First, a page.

Framework

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Pensioner Panagiotis Avramopoulos leans on a trolley as he waits for his olive oil to be produced at a family-owned production plant in Velanidi village, about 200 miles west of Athens. Greece is the world's third-largest producer of olive oil and its leading consumer per capita, with a millennia-old tradition that still serves as a strong link between city dwellers and their rural ancestry.

PHOTOGRAPH BY: Petros Giannakouris / Associated Press

From left to right, Asimina Nikolopoulou, Tasos Nikolopoulos, Greek Orthodox Priest Dimitris Vlasopoulos and Yiannis Nikolopoulos picnic in an olive grove in the village of Kalo Pedi, Greece. Widespread ownership of olive groves among Greeks has helped maintain supplies to households as they struggle through a sixth year of recession.

PHOTOGRAPH BY: Petros Giannakouris / Associated Press

A worker holds harvested olives in Antonas village, about 200 miles west of Athens, in November 2013. The economic crisis has seen a return of Greeks to farm work in recent years.

PHOTOGRAPH BY: Petros Giannakouris / Associated Press

Dimitris Apostolopoulos harvests olives in Velanidi village, Greece. Apostolopoulos received half of the olive oil produced from his collection as payment.

PHOTOGRAPH BY: Petros Giannakouris / Associated Press

Olives lie on a canvas tarp. Greece remains the world's highest per-capita consumer of olive oil despite the country's ongoing financial crisis.

PHOTOGRAPH BY: Petros Giannakouris / Associated Press

Greek Orthodox Priest Dimitris Vlasopoulos collects olives from a canvas tarp in Kalo Pedi village, Greece.

PHOTOGRAPH BY: Petros Giannakouris / Associated Press

Romanian workers transport sacks of olives in Anthonas, Greece.

PHOTOGRAPH BY: Petros Giannakouris / Associated Press

A Romanian worker unloads sacks of olives at a family-owned olive oil production plant in Velanidi, Greece. The Paris-based Organization of Economic Cooperation and Development is advising Greece to allow the sale of olive oil blended with other vegetable oils in Greek supermarkets to make the industry more competitive. The practice is currently banned by law.

PHOTOGRAPH BY: Petros Giannakouris / Associated Press

A truck loads steaming olive pomace, the remains of olives after being pressed, which is collected to help power a nearby olive oil production plant in Velanidi, Greece.

PHOTOGRAPH BY: Petros Giannakouris / Associated Press

A customer watches olive oil pouring out of a processing machine at a family-owned plant in Velanidi.

PHOTOGRAPH BY: Petros Giannakouris / Associated Press

Carpenter Giorgos Karabatsis sits by 50-liter containers at a family-owned oil-production plant in Velanidi, Greece. He owns hundreds of olive trees and each year collects olives to add to his family's income.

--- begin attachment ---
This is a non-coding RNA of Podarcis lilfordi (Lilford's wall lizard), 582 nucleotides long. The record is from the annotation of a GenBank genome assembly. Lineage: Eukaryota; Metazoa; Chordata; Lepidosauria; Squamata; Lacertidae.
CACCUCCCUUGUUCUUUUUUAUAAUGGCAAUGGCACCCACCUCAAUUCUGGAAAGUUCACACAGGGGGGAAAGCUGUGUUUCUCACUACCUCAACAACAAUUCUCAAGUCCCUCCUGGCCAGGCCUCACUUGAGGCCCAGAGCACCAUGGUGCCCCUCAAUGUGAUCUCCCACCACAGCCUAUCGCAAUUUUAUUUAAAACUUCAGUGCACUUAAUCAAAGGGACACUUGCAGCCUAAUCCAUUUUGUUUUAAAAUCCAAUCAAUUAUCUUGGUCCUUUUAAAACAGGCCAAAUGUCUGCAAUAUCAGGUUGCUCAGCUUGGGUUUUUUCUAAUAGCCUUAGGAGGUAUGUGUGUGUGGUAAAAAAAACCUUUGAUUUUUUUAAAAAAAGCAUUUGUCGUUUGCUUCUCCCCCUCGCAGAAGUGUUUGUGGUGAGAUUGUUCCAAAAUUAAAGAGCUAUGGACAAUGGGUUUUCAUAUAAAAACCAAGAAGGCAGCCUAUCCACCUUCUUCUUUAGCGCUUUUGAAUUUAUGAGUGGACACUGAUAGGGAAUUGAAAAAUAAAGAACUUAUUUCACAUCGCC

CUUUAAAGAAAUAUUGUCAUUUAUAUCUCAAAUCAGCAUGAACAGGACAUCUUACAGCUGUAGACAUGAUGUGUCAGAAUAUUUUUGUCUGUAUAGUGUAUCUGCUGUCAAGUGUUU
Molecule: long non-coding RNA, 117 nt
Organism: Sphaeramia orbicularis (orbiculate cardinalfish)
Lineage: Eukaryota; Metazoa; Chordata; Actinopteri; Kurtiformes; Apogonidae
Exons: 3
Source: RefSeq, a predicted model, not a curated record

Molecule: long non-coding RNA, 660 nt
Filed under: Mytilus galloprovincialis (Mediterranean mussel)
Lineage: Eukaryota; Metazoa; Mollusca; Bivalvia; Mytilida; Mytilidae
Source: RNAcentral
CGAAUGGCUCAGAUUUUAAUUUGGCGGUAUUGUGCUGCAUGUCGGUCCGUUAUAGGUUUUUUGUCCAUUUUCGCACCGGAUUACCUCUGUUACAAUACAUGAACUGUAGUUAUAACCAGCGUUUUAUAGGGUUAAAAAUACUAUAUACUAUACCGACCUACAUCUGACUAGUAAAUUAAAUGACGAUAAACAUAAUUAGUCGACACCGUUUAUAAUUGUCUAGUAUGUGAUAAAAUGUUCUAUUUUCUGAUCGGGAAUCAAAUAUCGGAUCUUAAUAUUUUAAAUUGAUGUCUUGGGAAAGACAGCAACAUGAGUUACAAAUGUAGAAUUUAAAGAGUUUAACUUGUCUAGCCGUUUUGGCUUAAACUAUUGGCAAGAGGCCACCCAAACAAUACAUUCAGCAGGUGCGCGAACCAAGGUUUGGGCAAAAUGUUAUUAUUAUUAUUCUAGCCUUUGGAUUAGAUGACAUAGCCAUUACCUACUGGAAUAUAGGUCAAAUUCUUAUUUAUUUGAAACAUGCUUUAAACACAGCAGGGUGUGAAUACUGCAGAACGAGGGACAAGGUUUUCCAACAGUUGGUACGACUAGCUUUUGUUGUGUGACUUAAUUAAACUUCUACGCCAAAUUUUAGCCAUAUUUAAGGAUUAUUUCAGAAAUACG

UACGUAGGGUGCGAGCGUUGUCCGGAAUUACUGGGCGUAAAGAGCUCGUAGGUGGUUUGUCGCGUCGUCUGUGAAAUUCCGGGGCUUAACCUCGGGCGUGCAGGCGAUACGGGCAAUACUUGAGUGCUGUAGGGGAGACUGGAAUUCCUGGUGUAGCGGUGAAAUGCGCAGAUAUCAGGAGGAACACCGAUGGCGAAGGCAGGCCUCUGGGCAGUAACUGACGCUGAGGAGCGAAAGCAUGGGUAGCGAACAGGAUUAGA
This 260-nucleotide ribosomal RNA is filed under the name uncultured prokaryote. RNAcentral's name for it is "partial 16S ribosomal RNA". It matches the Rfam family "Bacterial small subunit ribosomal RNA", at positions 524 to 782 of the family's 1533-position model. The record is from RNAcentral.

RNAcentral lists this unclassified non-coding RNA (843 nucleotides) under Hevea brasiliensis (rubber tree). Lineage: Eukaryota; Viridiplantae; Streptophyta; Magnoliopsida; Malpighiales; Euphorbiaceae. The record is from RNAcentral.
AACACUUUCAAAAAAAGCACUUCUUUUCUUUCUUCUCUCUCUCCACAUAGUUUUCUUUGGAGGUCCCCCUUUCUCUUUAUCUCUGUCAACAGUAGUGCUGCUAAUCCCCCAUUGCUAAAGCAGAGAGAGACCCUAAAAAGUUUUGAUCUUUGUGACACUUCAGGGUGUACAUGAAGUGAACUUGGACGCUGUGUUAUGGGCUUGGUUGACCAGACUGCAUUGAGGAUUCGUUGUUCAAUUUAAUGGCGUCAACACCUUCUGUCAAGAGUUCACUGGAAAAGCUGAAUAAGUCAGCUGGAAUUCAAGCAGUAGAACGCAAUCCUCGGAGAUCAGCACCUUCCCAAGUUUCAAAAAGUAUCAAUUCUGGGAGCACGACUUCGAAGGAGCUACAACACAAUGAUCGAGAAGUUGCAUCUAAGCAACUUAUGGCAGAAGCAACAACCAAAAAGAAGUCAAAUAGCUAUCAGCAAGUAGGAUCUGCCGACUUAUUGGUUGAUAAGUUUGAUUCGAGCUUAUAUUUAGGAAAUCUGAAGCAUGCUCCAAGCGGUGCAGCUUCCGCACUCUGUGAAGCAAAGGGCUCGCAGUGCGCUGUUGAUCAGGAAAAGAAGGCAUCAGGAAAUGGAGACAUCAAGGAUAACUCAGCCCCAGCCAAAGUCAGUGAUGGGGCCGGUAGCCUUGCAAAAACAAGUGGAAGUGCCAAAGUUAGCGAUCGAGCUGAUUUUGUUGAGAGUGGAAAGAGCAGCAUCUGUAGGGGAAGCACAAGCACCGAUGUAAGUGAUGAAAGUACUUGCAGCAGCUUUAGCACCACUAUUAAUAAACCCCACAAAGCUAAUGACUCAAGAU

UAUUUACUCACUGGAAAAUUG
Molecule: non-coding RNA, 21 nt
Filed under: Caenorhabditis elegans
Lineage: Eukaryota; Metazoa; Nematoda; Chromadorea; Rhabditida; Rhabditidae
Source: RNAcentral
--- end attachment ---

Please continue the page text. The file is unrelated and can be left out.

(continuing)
PHOTOGRAPH BY: Petros Giannakouris / Associated Press

Toula Tsagaroulia looks out the front door of her home in Velanidi.

PHOTOGRAPH BY: Petros Giannakouris / Associated Press

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KALO PEDI, Greece — It was used to groom ancient Olympic athletes and remains a widely used modern staple in Greece’s diet. But olive oil could be the latest victim of the country’s grueling financial crisis.

The international Organization of Economic Cooperation and Development is advising Greece to allow the sale of olive oil blended with cheaper vegetable oils to make it more affordable — part of a series of recommendations to boost competition and pull the country out of recession in 2014.

Greece is the world’s third-largest producer of olive oil and its leading consumer per capita, with a millennia-old tradition that still serves as a strong link between city dwellers and their rural ancestry.

But purchasing power has been devastated by a recession that started in 2008 and austerity measures imposed for a massive international bailout.

The financial crisis has wiped out more than a fifth of the Greek economy and pushed unemployment up to more than 27%.

– Associated Press

1 Comment

  1. March 10, 2014, 2:13 pm

    Outrageous proposal. It is a generic proposal which is not supported by any concrete numbers, nor does it take into account the relationship of Greeks and olive oil. Why would a country that produces high quality olive oil, taint their product by adding various questionable vegetable oils? No, Greece needs to maintain the integrity of its olive oil.

    By: elenaeele

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